Social Security: Early retirement cuts Social Security monthly payments

Social Security: Early retirement cuts Social Security monthly payments

April 3rd, 2014 by By Gregory Holmes in Business Diary

Gregory Holmes, district manager for Social Security

Gregory Holmes, district manager for Social Security

Q. This year I will turn 62 in July and I want to know when can I sign up for my benefits?

A. You can get Social Security retirement benefits as early as age 62. However, you will receive a reduced benefit if you retire before your full retirement age. For example, if you retire at age 62, your benefit would be about 25 percent lower than what it would be if you waited until you reach full retirement age. You can continue to work and still receive retirement benefits. Your earnings in (or after) the month you reach your full retirement age will not reduce your Social Security benefits. However, your benefits will be reduced if your earnings exceed certain limits for the months before you reach your full retirement age. If you are younger than full retirement age, $1 in benefits will be deducted for each $2 in earnings you have above $15,480.00.

In the year you reach your full retirement age, your benefits will be reduced $1 for every $3 you earn over $41,400.00 until the month you reach full retirement age. Once you reach full retirement age, you can keep working, and your Social Security benefit will not be reduced no matter how much you earn.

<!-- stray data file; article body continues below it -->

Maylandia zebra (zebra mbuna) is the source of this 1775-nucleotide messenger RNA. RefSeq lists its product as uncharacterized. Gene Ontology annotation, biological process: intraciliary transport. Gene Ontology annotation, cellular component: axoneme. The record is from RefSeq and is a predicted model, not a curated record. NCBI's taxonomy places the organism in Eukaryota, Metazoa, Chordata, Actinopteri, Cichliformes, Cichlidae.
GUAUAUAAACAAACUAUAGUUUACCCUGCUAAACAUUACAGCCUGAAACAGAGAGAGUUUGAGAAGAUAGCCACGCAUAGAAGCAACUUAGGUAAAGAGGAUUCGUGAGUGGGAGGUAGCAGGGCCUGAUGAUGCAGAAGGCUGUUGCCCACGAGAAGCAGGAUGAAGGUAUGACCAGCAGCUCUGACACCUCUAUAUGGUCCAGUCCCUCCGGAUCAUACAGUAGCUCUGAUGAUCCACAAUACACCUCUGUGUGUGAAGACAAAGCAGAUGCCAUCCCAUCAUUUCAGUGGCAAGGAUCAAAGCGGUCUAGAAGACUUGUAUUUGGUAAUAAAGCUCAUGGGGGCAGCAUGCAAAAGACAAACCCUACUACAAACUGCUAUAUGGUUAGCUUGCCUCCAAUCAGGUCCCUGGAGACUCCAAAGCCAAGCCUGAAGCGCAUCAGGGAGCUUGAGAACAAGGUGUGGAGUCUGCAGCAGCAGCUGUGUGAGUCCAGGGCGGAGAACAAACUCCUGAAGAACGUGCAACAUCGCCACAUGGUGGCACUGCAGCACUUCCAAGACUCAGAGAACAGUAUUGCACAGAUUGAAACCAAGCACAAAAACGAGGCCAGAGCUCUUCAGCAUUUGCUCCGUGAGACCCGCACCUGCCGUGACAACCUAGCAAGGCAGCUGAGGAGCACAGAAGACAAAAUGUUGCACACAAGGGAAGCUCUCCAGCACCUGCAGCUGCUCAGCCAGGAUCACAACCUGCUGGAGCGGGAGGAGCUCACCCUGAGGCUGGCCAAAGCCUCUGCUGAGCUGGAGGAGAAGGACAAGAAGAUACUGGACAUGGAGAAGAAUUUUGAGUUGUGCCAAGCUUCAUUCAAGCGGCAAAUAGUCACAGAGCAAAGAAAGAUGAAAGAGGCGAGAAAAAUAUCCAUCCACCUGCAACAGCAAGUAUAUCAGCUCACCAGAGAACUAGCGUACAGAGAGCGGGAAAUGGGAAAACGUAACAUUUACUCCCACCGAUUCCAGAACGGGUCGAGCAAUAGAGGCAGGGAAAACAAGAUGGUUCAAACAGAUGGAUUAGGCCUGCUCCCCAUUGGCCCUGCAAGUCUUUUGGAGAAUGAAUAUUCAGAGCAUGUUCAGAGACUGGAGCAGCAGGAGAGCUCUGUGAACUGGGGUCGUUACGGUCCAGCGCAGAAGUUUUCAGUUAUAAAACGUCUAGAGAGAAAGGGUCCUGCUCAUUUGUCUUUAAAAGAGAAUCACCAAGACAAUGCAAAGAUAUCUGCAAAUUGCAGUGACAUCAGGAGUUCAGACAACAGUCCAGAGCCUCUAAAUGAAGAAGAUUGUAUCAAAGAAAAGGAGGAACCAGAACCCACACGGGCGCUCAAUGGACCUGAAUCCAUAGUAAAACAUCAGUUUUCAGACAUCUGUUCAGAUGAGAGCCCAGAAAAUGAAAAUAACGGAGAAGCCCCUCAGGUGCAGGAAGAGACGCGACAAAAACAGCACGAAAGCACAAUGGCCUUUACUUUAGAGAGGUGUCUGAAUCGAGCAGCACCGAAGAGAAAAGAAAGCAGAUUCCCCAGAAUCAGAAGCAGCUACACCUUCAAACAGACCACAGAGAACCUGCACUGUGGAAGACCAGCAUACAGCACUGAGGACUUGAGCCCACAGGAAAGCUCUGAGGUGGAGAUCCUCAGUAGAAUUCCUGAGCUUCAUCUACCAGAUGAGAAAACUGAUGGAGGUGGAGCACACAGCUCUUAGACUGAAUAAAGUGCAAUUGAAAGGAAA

A special monthly rule applies to your earnings for one year, usually your first year of retirement. Under this rule, you can receive a full Social Security check for any month you earn under a certain limit, regardless of your yearly earnings.

You can apply for retirement benefits online at www.socialsecurity.gov. You may apply as early as three months before your birthday.

Q. I have children at home, and I plan to retire next fall. Will my children be eligible for monthly Social Security payments after I retire?

A. Your children may get monthly Social Security payments if they are:

* Unmarried and under age 18;

* Age 19 and still in high school; or

* Age 18 or over and became severely disabled before age 22 and continue to be disabled.

For more information, read Benefits For Children available at www.socialsecurity.gov/pubs.

Gregory Holmes is district manager for Social Security in Chattanooga.